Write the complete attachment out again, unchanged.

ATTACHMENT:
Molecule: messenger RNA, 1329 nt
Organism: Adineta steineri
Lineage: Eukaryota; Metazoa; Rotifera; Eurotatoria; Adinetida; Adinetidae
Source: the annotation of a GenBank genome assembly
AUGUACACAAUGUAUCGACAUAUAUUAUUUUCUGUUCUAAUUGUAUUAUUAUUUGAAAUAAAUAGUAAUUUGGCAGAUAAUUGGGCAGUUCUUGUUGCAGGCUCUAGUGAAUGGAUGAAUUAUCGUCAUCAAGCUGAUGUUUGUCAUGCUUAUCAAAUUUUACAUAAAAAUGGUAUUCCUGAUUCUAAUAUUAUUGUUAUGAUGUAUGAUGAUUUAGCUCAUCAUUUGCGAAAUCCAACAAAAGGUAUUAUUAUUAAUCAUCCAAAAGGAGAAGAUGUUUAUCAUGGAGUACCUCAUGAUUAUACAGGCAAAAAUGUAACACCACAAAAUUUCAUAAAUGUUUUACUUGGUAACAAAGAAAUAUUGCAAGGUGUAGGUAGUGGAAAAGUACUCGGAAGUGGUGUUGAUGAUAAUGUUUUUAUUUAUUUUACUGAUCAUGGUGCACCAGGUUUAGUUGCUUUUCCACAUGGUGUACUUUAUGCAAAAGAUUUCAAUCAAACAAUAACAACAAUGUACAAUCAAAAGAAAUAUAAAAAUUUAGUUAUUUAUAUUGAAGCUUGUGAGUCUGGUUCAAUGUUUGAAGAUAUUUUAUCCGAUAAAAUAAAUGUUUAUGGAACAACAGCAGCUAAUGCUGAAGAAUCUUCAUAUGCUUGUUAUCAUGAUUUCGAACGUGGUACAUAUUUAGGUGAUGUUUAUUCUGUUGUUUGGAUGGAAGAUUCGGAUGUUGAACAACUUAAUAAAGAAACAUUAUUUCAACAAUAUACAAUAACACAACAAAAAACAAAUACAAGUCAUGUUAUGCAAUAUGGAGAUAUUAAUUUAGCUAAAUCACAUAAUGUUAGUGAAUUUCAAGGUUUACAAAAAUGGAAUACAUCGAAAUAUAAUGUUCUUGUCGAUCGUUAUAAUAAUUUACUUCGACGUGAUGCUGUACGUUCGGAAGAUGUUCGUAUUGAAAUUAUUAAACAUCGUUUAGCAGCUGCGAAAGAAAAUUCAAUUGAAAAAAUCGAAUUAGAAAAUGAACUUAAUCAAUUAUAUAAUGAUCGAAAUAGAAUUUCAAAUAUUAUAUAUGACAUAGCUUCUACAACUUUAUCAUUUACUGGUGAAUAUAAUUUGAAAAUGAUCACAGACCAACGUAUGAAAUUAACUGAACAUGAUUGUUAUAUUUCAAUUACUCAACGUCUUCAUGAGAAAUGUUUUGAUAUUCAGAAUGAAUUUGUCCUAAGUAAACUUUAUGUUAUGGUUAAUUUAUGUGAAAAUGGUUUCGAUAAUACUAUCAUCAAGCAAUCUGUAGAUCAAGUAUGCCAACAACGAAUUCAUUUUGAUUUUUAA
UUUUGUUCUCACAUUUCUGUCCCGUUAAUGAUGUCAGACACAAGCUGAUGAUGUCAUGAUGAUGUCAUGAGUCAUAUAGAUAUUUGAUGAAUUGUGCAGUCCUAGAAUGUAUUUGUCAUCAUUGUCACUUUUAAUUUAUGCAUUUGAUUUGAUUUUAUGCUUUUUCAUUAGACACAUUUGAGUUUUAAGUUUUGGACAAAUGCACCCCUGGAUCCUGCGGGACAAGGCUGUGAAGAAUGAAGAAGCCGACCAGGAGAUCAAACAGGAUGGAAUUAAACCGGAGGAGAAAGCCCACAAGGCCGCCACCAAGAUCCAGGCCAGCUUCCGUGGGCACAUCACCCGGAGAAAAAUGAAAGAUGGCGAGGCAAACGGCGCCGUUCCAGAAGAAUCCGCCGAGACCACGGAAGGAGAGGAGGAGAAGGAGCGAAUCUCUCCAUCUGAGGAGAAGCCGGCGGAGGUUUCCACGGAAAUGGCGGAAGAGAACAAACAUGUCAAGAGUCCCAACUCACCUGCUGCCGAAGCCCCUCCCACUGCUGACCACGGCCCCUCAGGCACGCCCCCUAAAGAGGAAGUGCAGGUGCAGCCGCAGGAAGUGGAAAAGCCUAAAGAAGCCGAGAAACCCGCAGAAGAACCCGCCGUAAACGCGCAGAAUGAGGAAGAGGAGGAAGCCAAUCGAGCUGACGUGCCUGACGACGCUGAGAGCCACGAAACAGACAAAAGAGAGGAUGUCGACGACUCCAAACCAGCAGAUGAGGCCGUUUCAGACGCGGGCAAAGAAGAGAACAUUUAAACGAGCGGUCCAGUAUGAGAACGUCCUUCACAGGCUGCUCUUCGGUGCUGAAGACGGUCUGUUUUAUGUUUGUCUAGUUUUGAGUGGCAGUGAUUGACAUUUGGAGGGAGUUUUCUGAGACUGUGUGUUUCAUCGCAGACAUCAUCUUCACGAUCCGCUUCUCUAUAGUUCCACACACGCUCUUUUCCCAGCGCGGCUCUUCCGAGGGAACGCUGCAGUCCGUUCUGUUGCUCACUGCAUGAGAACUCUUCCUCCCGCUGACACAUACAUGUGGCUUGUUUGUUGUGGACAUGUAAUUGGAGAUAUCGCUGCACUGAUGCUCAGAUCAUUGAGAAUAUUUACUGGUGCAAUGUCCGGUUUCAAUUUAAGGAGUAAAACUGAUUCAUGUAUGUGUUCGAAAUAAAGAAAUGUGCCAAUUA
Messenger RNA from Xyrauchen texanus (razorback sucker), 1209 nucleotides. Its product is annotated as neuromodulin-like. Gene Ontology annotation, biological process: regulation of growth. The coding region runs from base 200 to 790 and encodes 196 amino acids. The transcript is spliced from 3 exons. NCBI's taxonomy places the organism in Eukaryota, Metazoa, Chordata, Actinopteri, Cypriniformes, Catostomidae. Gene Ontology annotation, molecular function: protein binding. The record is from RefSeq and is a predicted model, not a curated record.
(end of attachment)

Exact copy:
Molecule: messenger RNA, 1329 nt
Organism: Adineta steineri
Lineage: Eukaryota; Metazoa; Rotifera; Eurotatoria; Adinetida; Adinetidae
Source: the annotation of a GenBank genome assembly
AUGUACACAAUGUAUCGACAUAUAUUAUUUUCUGUUCUAAUUGUAUUAUUAUUUGAAAUAAAUAGUAAUUUGGCAGAUAAUUGGGCAGUUCUUGUUGCAGGCUCUAGUGAAUGGAUGAAUUAUCGUCAUCAAGCUGAUGUUUGUCAUGCUUAUCAAAUUUUACAUAAAAAUGGUAUUCCUGAUUCUAAUAUUAUUGUUAUGAUGUAUGAUGAUUUAGCUCAUCAUUUGCGAAAUCCAACAAAAGGUAUUAUUAUUAAUCAUCCAAAAGGAGAAGAUGUUUAUCAUGGAGUACCUCAUGAUUAUACAGGCAAAAAUGUAACACCACAAAAUUUCAUAAAUGUUUUACUUGGUAACAAAGAAAUAUUGCAAGGUGUAGGUAGUGGAAAAGUACUCGGAAGUGGUGUUGAUGAUAAUGUUUUUAUUUAUUUUACUGAUCAUGGUGCACCAGGUUUAGUUGCUUUUCCACAUGGUGUACUUUAUGCAAAAGAUUUCAAUCAAACAAUAACAACAAUGUACAAUCAAAAGAAAUAUAAAAAUUUAGUUAUUUAUAUUGAAGCUUGUGAGUCUGGUUCAAUGUUUGAAGAUAUUUUAUCCGAUAAAAUAAAUGUUUAUGGAACAACAGCAGCUAAUGCUGAAGAAUCUUCAUAUGCUUGUUAUCAUGAUUUCGAACGUGGUACAUAUUUAGGUGAUGUUUAUUCUGUUGUUUGGAUGGAAGAUUCGGAUGUUGAACAACUUAAUAAAGAAACAUUAUUUCAACAAUAUACAAUAACACAACAAAAAACAAAUACAAGUCAUGUUAUGCAAUAUGGAGAUAUUAAUUUAGCUAAAUCACAUAAUGUUAGUGAAUUUCAAGGUUUACAAAAAUGGAAUACAUCGAAAUAUAAUGUUCUUGUCGAUCGUUAUAAUAAUUUACUUCGACGUGAUGCUGUACGUUCGGAAGAUGUUCGUAUUGAAAUUAUUAAACAUCGUUUAGCAGCUGCGAAAGAAAAUUCAAUUGAAAAAAUCGAAUUAGAAAAUGAACUUAAUCAAUUAUAUAAUGAUCGAAAUAGAAUUUCAAAUAUUAUAUAUGACAUAGCUUCUACAACUUUAUCAUUUACUGGUGAAUAUAAUUUGAAAAUGAUCACAGACCAACGUAUGAAAUUAACUGAACAUGAUUGUUAUAUUUCAAUUACUCAACGUCUUCAUGAGAAAUGUUUUGAUAUUCAGAAUGAAUUUGUCCUAAGUAAACUUUAUGUUAUGGUUAAUUUAUGUGAAAAUGGUUUCGAUAAUACUAUCAUCAAGCAAUCUGUAGAUCAAGUAUGCCAACAACGAAUUCAUUUUGAUUUUUAA
UUUUGUUCUCACAUUUCUGUCCCGUUAAUGAUGUCAGACACAAGCUGAUGAUGUCAUGAUGAUGUCAUGAGUCAUAUAGAUAUUUGAUGAAUUGUGCAGUCCUAGAAUGUAUUUGUCAUCAUUGUCACUUUUAAUUUAUGCAUUUGAUUUGAUUUUAUGCUUUUUCAUUAGACACAUUUGAGUUUUAAGUUUUGGACAAAUGCACCCCUGGAUCCUGCGGGACAAGGCUGUGAAGAAUGAAGAAGCCGACCAGGAGAUCAAACAGGAUGGAAUUAAACCGGAGGAGAAAGCCCACAAGGCCGCCACCAAGAUCCAGGCCAGCUUCCGUGGGCACAUCACCCGGAGAAAAAUGAAAGAUGGCGAGGCAAACGGCGCCGUUCCAGAAGAAUCCGCCGAGACCACGGAAGGAGAGGAGGAGAAGGAGCGAAUCUCUCCAUCUGAGGAGAAGCCGGCGGAGGUUUCCACGGAAAUGGCGGAAGAGAACAAACAUGUCAAGAGUCCCAACUCACCUGCUGCCGAAGCCCCUCCCACUGCUGACCACGGCCCCUCAGGCACGCCCCCUAAAGAGGAAGUGCAGGUGCAGCCGCAGGAAGUGGAAAAGCCUAAAGAAGCCGAGAAACCCGCAGAAGAACCCGCCGUAAACGCGCAGAAUGAGGAAGAGGAGGAAGCCAAUCGAGCUGACGUGCCUGACGACGCUGAGAGCCACGAAACAGACAAAAGAGAGGAUGUCGACGACUCCAAACCAGCAGAUGAGGCCGUUUCAGACGCGGGCAAAGAAGAGAACAUUUAAACGAGCGGUCCAGUAUGAGAACGUCCUUCACAGGCUGCUCUUCGGUGCUGAAGACGGUCUGUUUUAUGUUUGUCUAGUUUUGAGUGGCAGUGAUUGACAUUUGGAGGGAGUUUUCUGAGACUGUGUGUUUCAUCGCAGACAUCAUCUUCACGAUCCGCUUCUCUAUAGUUCCACACACGCUCUUUUCCCAGCGCGGCUCUUCCGAGGGAACGCUGCAGUCCGUUCUGUUGCUCACUGCAUGAGAACUCUUCCUCCCGCUGACACAUACAUGUGGCUUGUUUGUUGUGGACAUGUAAUUGGAGAUAUCGCUGCACUGAUGCUCAGAUCAUUGAGAAUAUUUACUGGUGCAAUGUCCGGUUUCAAUUUAAGGAGUAAAACUGAUUCAUGUAUGUGUUCGAAAUAAAGAAAUGUGCCAAUUA
Messenger RNA from Xyrauchen texanus (razorback sucker), 1209 nucleotides. Its product is annotated as neuromodulin-like. Gene Ontology annotation, biological process: regulation of growth. The coding region runs from base 200 to 790 and encodes 196 amino acids. The transcript is spliced from 3 exons. NCBI's taxonomy places the organism in Eukaryota, Metazoa, Chordata, Actinopteri, Cypriniformes, Catostomidae. Gene Ontology annotation, molecular function: protein binding. The record is from RefSeq and is a predicted model, not a curated record.